If any apology is necessary for the long delay incident to the preparation of
the "Trigintennial" Record, a word as to its arrangement will convince you that
time and labor have been the two important factors in accomplishing the work.

The previous Class Records, published in 1870, '73, 'yy and '87, have been al-
most entirely revised, to admit of interesting Class data and items.

The order of arrangement in the biographical sketch of each member em-
braces :

(a) The name of his father and mother, and the place and time of his birth.

(b) Where he fitted for College.

(c) A short sketch of his Ancestry.

(d) What occupation he has been engaged in since graduating or leaving
the Class, up to the present time.

(e) His marriage, the birth of children, what schools they attended, etc.
Also the deaths that have occurred in his family.

(f) The College Societies he belonged to, and the honors and rank he ob-
tained while in College.

The photographs of each member, so far as I have been able to obtain them,
form an important feature of the book.

The plan of having two photographs of each member on one page, the one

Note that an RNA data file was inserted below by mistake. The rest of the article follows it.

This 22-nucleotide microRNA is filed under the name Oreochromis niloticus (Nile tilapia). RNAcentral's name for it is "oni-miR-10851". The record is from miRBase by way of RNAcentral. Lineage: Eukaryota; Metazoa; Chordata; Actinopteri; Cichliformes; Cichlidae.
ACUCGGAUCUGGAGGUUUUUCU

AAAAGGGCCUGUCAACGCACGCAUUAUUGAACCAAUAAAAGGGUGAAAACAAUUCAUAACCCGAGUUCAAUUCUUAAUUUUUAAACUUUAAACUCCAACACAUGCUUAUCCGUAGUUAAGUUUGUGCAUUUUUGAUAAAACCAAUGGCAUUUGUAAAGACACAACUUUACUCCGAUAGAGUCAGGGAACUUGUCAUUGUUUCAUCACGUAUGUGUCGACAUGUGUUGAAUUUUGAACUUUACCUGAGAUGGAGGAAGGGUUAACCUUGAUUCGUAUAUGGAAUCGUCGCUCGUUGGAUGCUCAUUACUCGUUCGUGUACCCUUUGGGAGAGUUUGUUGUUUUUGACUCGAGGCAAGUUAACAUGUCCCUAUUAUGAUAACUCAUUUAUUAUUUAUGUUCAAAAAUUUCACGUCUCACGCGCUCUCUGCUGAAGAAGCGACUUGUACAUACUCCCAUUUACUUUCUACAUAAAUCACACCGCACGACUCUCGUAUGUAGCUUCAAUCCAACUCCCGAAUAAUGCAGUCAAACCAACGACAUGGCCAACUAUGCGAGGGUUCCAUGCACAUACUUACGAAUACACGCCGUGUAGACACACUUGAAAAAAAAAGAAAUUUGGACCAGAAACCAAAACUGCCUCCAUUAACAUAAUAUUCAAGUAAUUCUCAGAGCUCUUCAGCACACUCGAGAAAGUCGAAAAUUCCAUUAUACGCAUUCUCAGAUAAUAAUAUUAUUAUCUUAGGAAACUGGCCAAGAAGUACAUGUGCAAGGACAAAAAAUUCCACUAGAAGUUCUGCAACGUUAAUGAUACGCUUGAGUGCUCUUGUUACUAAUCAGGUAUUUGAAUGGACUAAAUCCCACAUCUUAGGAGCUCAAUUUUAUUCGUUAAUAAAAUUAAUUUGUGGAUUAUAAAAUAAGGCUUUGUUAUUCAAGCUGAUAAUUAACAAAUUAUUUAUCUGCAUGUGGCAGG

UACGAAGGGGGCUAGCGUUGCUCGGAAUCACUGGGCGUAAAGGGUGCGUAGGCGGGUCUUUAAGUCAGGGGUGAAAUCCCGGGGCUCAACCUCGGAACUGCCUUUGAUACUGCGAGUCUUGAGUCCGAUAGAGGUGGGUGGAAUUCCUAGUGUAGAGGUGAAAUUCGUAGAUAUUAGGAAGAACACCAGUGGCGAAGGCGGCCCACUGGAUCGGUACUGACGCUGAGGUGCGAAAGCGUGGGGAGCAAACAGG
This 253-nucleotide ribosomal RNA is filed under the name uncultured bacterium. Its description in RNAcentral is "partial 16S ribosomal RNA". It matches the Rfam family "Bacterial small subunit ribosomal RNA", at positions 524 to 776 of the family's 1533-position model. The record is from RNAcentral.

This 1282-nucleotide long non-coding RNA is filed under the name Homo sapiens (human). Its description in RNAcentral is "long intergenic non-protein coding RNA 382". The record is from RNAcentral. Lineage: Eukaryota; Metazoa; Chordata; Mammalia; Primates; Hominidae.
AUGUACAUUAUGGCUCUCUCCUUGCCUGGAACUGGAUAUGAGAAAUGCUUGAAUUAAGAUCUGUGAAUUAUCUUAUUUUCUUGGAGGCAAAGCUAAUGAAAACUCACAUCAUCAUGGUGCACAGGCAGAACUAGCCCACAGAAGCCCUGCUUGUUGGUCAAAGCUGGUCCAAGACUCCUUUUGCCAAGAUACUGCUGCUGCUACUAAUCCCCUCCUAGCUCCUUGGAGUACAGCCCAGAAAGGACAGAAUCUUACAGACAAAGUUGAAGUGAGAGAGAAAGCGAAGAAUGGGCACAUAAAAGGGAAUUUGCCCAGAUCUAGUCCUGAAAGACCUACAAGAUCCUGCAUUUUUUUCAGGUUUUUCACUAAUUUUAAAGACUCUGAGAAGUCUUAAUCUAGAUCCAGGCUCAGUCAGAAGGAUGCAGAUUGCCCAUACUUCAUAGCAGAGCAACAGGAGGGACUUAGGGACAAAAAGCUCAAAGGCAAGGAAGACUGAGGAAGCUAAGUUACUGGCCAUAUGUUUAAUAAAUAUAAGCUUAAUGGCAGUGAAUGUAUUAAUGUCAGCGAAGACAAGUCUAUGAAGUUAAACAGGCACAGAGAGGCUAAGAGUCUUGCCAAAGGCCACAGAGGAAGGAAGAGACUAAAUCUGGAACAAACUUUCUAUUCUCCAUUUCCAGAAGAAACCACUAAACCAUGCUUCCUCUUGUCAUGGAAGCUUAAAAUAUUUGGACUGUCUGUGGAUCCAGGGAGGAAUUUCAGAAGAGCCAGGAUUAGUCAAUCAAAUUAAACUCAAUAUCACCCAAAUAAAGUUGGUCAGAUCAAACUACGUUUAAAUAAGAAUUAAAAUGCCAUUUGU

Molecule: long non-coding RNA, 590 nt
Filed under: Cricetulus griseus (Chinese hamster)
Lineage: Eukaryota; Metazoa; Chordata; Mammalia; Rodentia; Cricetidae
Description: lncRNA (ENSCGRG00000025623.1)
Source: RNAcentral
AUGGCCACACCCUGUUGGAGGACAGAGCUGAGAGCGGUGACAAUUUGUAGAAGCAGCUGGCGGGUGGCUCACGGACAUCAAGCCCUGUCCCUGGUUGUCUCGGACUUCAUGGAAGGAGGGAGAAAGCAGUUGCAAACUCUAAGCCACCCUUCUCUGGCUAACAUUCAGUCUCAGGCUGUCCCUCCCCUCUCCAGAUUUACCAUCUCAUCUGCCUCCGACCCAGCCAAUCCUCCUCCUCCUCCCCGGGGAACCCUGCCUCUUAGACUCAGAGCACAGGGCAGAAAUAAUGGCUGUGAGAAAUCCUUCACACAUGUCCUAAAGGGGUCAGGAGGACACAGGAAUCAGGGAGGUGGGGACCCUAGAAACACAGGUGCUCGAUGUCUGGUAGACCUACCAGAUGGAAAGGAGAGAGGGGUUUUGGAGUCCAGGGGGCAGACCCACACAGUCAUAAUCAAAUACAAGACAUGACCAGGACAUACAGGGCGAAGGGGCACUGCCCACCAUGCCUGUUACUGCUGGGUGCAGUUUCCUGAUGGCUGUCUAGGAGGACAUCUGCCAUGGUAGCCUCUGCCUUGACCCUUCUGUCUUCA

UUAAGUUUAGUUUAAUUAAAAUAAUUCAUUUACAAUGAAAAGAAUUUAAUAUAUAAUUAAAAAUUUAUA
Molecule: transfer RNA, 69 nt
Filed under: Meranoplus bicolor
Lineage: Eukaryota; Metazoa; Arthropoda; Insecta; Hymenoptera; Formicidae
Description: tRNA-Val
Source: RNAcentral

representing him as he looked when he graduated and the other as he now looks,
had its origin with the Class of '62, and our Committee adopted their idea.

If the record shall prove as interesting to you as it has to me during its
preparation; if in perusing its pages fond memory shall recall many a forgotten
circumstance or event in the lives of your Classmates — it will more than repay


or THS




The Class of 1867 entered Yale College Wednesday, September i6th, 1863. with one hundred
and thirty-eight members, representing twenty-five different States, the District of Columbia, Danish West
Indies, and one foreign country.

During the Freshman year eight others joined the Class, making the whole number one hundred and
forty-six Oi these, two — Bartlett and Darling — died; and nineteen left during the first year.

The one hundred and twenty-five who survived to commence Sophomore year were joined by six
others, increasing our number to one hundred and thirty-one. Of these additions, two were suspended
for one year and one was dropped from the roll. Thirty-five, in all, left during our second year, so that
after Biennial the Class only numbered, all told, with additions and losses, ninety-six.

At the close of Sophomore year we suffered a severe loss in the death of Second Lieutenant Edwin
C. Pratt, of the Eighth U. S. Colored Infantry, who left us early in the Spring of 1865, to join the Union
forces. He died from exposure in front of Petersburg on the 3d of July, 1865. He was a man of high
intellectual powers, and gave promise of a bright future.